MicroRNAs, The Immune System and Rheumatic Disease

Esmerina Tili; Jean-Jacques Michaille; Stefan Costinean; Carlo M. Croce

Disclosures

Nat Clin Pract Rheumatol. 2008;4(10):534-541. 

In This Article

miRNAs in Rheumatic Disease

Abnormal expression of miRNAs was recently reported in patients with rheumatoid arthritis (RA); a high level of miR-155 and miR-146 expression was found in synovial tissues and synovial fibroblasts isolated from patients with RA, compared with healthy controls.[41,42] The levels of both these miRNAs are also markedly upregulated in synovial fibroblasts from patients with RA following TNF/interleukin (IL)-1ß stimulation.[42] The overexpression of miR-155 in these synovial fibroblasts reduced the expression of matrix metalloproteinase 3 (MMP-3) and impaired the induction of MMP-1 and MMP-3 by Toll-like receptor ligands and cytokines.[42] MMPs, transmembrane proteases (various a disintegrin and metalloproteinase [ADAM] family members) and secreted ADAM with thrombospondin motifs (ADAMTS) family members are involved in the pathogenesis of RA through proteolytic activities on joint or articular cartilage. Interestingly, using the Targetscan website[43] that predicts miRNA targets, miR-181 is predicted to target six MMPs (MMP-1, MMP-7, MMP-8, MMP-14, MMP-20, MMP-25), three ADAMs (ADAM11, ADAM21, ADAM28) and seven ADAMTSs (ADAMTS-1, ADAMTS-5, ADAMTS-6, ADAMTS-14, ADAMTS-25, ADAMTS-18, ADAMTS-19); miR-125a, miR-125b are predicted to target four MMPs (MMP-11, MMP-25, MMP-26, MMP-28), ADAM11 and ADAMTS-4. miR-155, miR-181 and miR-125 might, therefore, be involved in the modulation of destructive properties of synovial fibroblasts from patients with RA. In addition, given the fact that TNF is a key proinflammatory mediator and that miR-125b and miR-155 have opposite effects on its expression,[14] it is possible that these two miRNAs might also be involved in RA, along with other miRNAs yet to be identified. Evidence from mouse studies indicates that mutations in the 3'-UTR of TNF transcripts have an important influence on its biosynthesis;[44] 3'-UTR mutations can modify miRNA-TNF mRNA interactions,[45] either by creating new or by destroying actual miRNA target sites.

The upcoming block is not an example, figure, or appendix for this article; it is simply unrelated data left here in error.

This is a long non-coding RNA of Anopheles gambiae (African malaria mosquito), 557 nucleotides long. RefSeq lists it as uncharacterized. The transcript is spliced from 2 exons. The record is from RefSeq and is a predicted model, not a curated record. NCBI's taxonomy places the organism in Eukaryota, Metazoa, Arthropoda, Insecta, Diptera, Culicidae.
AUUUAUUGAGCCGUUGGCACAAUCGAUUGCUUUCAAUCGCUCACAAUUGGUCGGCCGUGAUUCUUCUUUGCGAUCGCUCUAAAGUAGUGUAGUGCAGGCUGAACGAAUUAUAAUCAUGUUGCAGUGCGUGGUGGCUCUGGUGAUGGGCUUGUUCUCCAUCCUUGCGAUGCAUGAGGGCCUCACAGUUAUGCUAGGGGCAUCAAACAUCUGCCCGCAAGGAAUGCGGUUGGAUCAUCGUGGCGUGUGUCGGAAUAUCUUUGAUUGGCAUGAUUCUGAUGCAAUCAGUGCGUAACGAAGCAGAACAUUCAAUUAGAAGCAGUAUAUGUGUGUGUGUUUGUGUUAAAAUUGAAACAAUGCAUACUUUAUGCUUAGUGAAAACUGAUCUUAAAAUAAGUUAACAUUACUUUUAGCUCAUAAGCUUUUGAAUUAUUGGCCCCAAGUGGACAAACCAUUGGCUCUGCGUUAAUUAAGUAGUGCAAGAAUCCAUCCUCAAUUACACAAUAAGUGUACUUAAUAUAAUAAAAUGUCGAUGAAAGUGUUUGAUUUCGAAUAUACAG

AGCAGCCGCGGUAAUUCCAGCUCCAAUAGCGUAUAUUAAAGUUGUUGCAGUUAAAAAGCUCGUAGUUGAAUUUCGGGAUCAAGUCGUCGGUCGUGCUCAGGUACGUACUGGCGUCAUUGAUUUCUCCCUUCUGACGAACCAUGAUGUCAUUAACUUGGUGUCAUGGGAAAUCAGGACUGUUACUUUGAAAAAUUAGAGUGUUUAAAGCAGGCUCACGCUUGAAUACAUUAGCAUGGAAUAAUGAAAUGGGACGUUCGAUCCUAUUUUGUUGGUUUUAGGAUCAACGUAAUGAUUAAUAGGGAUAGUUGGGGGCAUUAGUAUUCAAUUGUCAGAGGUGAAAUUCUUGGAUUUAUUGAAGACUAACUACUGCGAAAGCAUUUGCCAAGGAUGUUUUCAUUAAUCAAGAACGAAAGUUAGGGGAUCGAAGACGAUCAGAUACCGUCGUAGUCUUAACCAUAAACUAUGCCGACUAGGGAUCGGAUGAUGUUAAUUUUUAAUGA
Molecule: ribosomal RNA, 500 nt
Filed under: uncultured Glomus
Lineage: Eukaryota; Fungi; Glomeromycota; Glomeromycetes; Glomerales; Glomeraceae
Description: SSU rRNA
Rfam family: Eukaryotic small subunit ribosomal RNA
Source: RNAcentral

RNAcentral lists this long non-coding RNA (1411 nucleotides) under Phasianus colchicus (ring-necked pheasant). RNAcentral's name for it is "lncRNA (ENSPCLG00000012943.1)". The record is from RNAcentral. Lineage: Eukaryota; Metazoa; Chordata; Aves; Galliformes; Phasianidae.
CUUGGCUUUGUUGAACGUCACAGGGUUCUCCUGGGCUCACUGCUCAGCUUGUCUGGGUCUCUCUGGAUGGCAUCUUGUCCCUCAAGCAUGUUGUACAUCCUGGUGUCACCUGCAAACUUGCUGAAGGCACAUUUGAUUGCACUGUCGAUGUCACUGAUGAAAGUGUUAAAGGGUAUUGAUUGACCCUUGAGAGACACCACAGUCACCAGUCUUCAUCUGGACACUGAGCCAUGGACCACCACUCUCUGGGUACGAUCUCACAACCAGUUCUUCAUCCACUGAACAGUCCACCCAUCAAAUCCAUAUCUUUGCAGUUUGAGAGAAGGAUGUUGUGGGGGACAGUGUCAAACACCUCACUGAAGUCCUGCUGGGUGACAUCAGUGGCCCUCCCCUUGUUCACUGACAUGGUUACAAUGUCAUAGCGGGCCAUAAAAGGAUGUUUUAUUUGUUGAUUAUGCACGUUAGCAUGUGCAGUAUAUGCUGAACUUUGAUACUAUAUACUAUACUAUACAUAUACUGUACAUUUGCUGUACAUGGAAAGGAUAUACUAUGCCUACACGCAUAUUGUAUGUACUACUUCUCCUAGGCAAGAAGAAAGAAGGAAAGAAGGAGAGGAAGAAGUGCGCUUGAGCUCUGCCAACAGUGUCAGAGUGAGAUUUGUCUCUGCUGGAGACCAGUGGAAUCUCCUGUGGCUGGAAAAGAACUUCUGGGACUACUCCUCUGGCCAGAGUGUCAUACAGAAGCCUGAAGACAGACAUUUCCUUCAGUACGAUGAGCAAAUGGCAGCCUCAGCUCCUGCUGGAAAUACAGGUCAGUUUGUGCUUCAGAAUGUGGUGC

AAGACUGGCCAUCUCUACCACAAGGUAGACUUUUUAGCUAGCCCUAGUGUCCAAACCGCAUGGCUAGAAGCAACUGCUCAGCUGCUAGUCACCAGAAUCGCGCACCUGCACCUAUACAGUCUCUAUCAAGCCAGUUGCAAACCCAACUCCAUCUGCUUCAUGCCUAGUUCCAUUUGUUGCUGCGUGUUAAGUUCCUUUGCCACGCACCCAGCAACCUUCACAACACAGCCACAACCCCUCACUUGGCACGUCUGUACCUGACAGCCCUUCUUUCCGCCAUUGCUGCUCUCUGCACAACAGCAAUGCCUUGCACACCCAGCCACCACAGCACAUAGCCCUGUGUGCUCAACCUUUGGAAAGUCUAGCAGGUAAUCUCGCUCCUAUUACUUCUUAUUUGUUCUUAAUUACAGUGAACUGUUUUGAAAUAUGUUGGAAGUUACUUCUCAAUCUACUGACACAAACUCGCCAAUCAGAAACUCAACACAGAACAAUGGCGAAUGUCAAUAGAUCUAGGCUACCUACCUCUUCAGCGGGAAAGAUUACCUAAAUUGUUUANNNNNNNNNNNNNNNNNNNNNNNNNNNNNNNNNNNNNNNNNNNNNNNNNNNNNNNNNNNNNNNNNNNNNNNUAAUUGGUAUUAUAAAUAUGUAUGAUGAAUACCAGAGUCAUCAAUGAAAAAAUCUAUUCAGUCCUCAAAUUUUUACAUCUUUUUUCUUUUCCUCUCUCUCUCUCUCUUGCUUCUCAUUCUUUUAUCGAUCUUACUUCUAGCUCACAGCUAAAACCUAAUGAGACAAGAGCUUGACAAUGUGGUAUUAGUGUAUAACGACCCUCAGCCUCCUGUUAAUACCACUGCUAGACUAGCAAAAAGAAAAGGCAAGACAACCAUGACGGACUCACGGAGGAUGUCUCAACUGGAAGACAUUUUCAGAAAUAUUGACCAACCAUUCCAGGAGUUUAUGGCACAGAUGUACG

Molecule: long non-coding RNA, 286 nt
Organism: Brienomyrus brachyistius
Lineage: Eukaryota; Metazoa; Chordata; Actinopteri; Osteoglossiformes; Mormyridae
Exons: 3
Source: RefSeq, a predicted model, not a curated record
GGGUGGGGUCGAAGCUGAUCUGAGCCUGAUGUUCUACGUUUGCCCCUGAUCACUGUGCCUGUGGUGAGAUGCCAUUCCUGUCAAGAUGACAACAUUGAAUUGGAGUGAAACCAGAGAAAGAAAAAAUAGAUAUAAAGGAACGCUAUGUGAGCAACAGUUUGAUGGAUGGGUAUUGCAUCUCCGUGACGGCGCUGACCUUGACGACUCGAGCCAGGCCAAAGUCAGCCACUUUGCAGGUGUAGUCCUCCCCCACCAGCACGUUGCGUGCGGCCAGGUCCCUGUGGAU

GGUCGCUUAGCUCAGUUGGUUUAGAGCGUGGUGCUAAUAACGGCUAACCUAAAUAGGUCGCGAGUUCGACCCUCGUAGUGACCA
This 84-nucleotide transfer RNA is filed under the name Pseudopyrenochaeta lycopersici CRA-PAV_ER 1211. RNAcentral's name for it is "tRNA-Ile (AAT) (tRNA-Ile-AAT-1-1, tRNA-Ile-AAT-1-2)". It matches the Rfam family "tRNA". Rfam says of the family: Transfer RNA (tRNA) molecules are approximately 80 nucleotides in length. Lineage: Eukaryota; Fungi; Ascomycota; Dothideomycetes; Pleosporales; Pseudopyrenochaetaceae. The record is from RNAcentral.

The identification of candidate miRNAs that target genes implicated in rheumatic disorders, and the evaluation of the consequences of mutations in their target sites coupled to phenotypic and gene expression studies, should improve our understanding of the molecular mechanisms responsible for rheumatic disease. For example, the Su autoantigen can be coimmunoprecipitated with GW182 (an Argonaute-2-interacting protein) and Dicer antibodies, indicating that this autoantigen is part of the miRNA-processing machinery.[46] Remarkably, anti-Su antibodies have been reported to be associated with rheumatic diseases.[46] Future studies should address the significance of this interaction, especially its consequences on miRNA maturation. In addition, inducible costimulator (ICOS) was recently reported to be a target of miR-101.[47] Inducible-costimulator-deficient mice are resistant to collagen-induced arthritis and develop no joint tissue inflammation. miR-101 is, therefore, another miRNA that might be implicated in RA and thus represents a novel therapeutic target.

Finally, viral infections such as Epstein-Barr virus (EBV), chronic hepatitis C virus (HCV), HIV and Kaposi's-sarcoma-associated herpes virus are frequently associated with the pathogenesis of rheumatic disorders.[48,49] There is also direct evidence for the presence of EBV in inflamed synovial cells in patients with RA.[48,49] Different reports indicate that viruses encode their own miRNAs. Viral-encoded miRNAs control the expression of viral transcripts, in addition to suppressing the host immune response during infection.[50] Thus, miR-UL112-1 expressed by the human cytomegalovirus targets the major histocompatibility complex class 1-related chain B and, therefore, prevents the lysis of infected cells by natural killer cells.[50] In addition, miR-K12-11, encoded by the Kaposi's-sarcoma-associated herpes virus, is orthologous to cellular miR-155 and thereby downregulates the expression of numerous similar cellular target mRNAs, potentially contributing to the increased incidence of B-cell tumors in patients infected with Kaposi's-sarcoma-associated herpes virus.[51] It is, therefore, possible that viral-encoded miRNAs might target different host proteins, resulting in destructive inflammatory arthritis. Identifications of viral-encoded miRNAs that might be associated with the pathogenesis of rheumatic disorders represent a novel potential target for the treatment of virus-induced forms of arthritis.

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